The pubsub module exports through three methods.

  • register : Registers a callback for an event.
  • unregister: Unregisters a callback for an event.
  • fire : Fires an event to listeners.

LWC to aura events communication

The following is an example of how an event can be fired from the Lightning Web Component and received in the Aura component.

// catchAndRelease.js
import { LightningElement } from ‘lwc’;
export default class CatchAndRelease extends LightningElement {
     * Handler for ‘Fire My Toast’ button.
     * @param {Event} evt click event.
    handleFireMyToast(evt) {
        const eventName = ‘notification’;
        const event = new CustomEvent(eventName, {
            detail: { message: ‘Sent from LWC to Aura.’ }

<!– catchAndReleaseWrapper.cmp –>
<aura:component implements=”force:appHostable”>
    <c:catchAndRelease onnotification=”{!c.handleCustomEvent}”/>
// catchAndReleaseWrapperController.js
    handleCustomEvent: function(cmp, evt) {
        // Get details from the DOM event fired by the Lightning web component
        var msg = evt.getParam(‘message’) || ”;

Test lightning components

Lightning Testing Service, customarily used to test Lightning Aura Components , can still be used to test the Lightning Web Components. However, Salesforce recommends to use Jest to unit test LWC. If Jest doesn’t cover all of your test cases, use Lightning Testing Service to cover the remaining test cases. Jest unit tests can be stored in the same source code repository but they cannot be saved to the cloud and can only be run locally or by a continuous integration server machine.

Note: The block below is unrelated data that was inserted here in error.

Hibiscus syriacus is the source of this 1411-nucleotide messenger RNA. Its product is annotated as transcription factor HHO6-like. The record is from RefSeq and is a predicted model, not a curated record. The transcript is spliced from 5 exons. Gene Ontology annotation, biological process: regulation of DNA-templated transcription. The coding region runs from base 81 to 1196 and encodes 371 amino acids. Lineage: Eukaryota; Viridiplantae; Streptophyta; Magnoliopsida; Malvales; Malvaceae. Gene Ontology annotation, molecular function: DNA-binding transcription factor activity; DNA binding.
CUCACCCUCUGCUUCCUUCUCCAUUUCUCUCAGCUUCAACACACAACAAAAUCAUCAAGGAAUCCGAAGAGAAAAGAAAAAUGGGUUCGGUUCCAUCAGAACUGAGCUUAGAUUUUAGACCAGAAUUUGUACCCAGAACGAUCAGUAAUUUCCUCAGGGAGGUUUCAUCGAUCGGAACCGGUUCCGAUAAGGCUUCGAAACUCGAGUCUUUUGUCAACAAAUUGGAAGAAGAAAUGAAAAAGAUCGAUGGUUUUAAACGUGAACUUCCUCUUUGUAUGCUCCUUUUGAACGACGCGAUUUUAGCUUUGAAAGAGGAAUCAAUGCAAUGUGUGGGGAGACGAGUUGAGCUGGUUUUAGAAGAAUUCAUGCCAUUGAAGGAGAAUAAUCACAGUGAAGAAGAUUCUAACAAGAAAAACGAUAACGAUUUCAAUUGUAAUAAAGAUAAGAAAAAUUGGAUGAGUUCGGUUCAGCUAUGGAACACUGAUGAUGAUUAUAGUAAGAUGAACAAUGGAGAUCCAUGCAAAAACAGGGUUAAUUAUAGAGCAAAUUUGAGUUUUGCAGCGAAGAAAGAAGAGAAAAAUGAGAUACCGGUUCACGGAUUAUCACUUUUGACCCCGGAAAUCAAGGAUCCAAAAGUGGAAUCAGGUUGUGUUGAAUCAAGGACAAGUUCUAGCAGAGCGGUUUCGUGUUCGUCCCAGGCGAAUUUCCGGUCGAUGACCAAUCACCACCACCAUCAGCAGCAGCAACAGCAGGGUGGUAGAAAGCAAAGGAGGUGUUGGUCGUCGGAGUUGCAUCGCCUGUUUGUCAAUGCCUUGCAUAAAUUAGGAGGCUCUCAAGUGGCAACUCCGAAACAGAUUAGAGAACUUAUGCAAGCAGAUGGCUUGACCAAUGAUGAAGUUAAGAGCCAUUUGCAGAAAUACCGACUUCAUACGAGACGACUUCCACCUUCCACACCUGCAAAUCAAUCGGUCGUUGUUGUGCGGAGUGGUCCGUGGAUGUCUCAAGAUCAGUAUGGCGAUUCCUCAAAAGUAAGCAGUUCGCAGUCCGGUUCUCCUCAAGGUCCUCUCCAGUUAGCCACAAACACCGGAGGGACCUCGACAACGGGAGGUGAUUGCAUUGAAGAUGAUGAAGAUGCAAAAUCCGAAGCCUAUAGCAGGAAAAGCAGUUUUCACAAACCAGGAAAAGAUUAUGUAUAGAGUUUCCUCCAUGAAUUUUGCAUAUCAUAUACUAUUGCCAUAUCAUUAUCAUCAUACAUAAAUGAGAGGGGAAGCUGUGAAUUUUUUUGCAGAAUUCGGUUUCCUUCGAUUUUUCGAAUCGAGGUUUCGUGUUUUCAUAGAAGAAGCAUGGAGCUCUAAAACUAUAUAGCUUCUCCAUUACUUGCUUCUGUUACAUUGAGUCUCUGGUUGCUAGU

Migrate aura methods

The Aura methods can become Javascript methods. Migrate methods from <aura:method> tags in the Aura component to JavaScript methods with an @api decorator in the Lightning Web Component.


As it can be summarized, since December 2018 Salesforce provides Lightning Web Components in order to be able to follow the latest Javascript code standards and to discourage developers from using some features of the Aura framework leading to buggy and convoluted code. Also, UI performance can be significantly increased on modern browsers which support the latest Javascript code standards. Polyfills to older browsers, which do not support the latest code standards, are also provided but they can slow down performance on older browsers. Every Salesforce developer should get to know the new features provided by Salesforce and suggest the best appropriate development option to customers. Avenga is a Silver Salesforce Development Partner and has over 170 certified Salesforce developers and extensive experience in Salesforce setup, configuration, and integration.

→ Explore how to choose the right Salesforce partner for your company.